St Vincent de Paul Society

The St Vincent de Paul Society( SVP) was founded in Paris in 1833 by Frederic Ozanam, following the inspiration of St Vincent’s work supporting the poor. The organisation grew rapidly, arriving in England in1844 and then spreading across the world. It is now one of the largest Catholic lay organisations in the world, with an established presence in 150 countries and a total membership of 800,000.

With an international and national support structure, the SVP operates locally at parish level with local self-governing ” conferences” of laity, who meet monthly to share some prayer and to plan SVP local work. The core of the parish SVP conference work has, since the beginning, been ” befriending “: visiting people in need in their homes, in hospital, and more recently in care homes  and in prisons on a regular basis, as well as offering additional practical support such as food, furniture or financial assistance where needed. Traditionally these visits are quietly organised and unsung – hidden acts of supporting charity.

In recent times this core friendship service has been complimented with a network of 43 local community charity shops (such as the one in Armley near Wilko’s), family holidays and children’s camps, as well as the new community support projects such as St Vincent’s Support Centre ( in Leeds near the Irish Centre on York Road, which combines a charity shop, a cafe and an advice, teaching and activities centre. 

Our local parish SVP conference comprises a small group who meet monthly, (usually on a Wednesday evening for an hour and a half) to check on our visits and plan future work. 

In recent times, not least during Covid, the requests and demands on the SVP radically changed. Home visits to the elderly and sick were supplemented by requests to help in situations of family poverty, relationship breakdowns and the settlement needs of refugees and new migrants. Particularly during Covid, our SVP members were active in food provision and house to house visits (including contacts through closed windows!). Following Covid our parish now has its own food bank and food parcel provision, run a school uniform project and, more recently, help evicted families to furnish and establish new homes in our parish neighbourhood. We regularly get referrals from the SVP nationally and from statutory agencies and health authorities to help individuals and families facing homelessness.

We may be a small member conference, but we get tremendous support from Fr Neil and our fellow parishioners at Christ the King/ Holy Family, who regularly give us great practical help with food , clothing , furniture and household goods. We also regularly support St Vincent’s Centre with provisions and they, in turn help us with furniture and household goods (e.g. they do electrical checks for safety on household white goods). Moreover our parish has most generously supported the St Monica’s project, providing a refuge for extremely vulnerable, single, asylum-seeking women, legally prevented from getting any assistance from ” public funds”, who would otherwise be on the streets, destitute.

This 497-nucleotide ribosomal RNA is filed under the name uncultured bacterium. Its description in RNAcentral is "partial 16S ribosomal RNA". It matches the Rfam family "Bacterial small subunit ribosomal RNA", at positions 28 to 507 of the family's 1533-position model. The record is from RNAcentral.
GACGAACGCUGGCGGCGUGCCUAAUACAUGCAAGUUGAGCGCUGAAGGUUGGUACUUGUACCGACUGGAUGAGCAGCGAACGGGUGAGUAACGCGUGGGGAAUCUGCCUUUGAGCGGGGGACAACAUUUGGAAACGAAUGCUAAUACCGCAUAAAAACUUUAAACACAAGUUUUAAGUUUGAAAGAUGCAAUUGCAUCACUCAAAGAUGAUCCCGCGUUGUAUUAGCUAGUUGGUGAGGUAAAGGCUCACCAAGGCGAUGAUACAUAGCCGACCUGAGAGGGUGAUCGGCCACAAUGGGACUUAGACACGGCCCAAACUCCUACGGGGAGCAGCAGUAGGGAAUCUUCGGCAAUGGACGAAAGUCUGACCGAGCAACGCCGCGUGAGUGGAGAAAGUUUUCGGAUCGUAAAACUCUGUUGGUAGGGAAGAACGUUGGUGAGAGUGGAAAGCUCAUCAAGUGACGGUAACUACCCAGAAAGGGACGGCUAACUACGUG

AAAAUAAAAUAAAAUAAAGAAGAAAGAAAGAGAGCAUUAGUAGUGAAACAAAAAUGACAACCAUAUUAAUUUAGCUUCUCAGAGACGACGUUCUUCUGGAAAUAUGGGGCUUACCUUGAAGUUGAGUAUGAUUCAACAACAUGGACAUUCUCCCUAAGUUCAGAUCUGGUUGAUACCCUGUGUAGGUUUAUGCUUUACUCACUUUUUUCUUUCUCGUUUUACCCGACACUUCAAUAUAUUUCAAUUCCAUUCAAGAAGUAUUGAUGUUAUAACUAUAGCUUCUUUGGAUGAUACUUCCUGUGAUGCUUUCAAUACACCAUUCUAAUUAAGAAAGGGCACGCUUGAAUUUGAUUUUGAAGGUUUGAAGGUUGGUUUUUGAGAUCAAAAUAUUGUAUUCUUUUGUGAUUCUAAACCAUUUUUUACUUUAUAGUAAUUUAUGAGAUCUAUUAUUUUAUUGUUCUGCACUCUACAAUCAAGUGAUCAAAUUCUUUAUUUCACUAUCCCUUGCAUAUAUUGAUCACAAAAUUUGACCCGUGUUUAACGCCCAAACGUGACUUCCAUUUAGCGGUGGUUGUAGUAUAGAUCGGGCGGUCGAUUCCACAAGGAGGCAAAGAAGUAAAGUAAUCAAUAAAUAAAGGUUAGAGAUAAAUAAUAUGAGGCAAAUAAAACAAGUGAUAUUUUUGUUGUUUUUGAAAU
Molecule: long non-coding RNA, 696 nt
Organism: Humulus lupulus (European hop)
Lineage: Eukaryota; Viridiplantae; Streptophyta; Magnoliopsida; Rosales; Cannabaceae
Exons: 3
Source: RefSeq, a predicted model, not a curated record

Recently, housing is proving to be a real challenge. At present the private rented sector is putting up rents or selling up, which is leading to evictions (and sometimes families are turfed out with nothing). An increasing number of families are moving into west Leeds into cheaper terraces and flats. When their new place is found in our area, we help to ensure they are welcomed, their home furnished, and families are supported. We work closely with parents and our parish Catholic primary schools, who have themselves established inspiring “Mini Vinnie” groups among the children. 

Of course we need funds( we individually contribute according to our means at our meetings) and we do get some national SVP grant support. Recently the SVP conference in Wetherby generously gave us some of their funds, as there are more immediate demands on our resources than theirs. But the rapidly increasing needs and rise in the cost of living cut mean greater demands on our personal time, resources and funds. We need more visitors and occasional collectors and deliverers, as well as money to be able to respond. In other words more people to join our conference. All are welcome to contribute what they can, even if it is just to join in in a brief prayer and offer encouragement.

.Significantly, as, unfortunately, cuts in council funding and local community centres are reducing support, the SVP is increasingly publicly recognised as the helper of last resort for those in desperate need. We are the ” turn to ” people! In other words SVP work is now that of practical evangelisation for the Catholic church in our communities.

When St Vincent lay on his death bed in Paris, he was widely regarded as a result of his holy life of service as ” on a fast track to heaven”. The story is told that the Queen of Sweden went to visit him, and she asked him what she should do to get to heaven. He replied (in French!) with one challenging word ” MORE”!! Can we all do a bit more to help? 

A talk given by  Sir John Battle in our churches on 23rd and 24th September 2024, as part of SVP Awareness Month.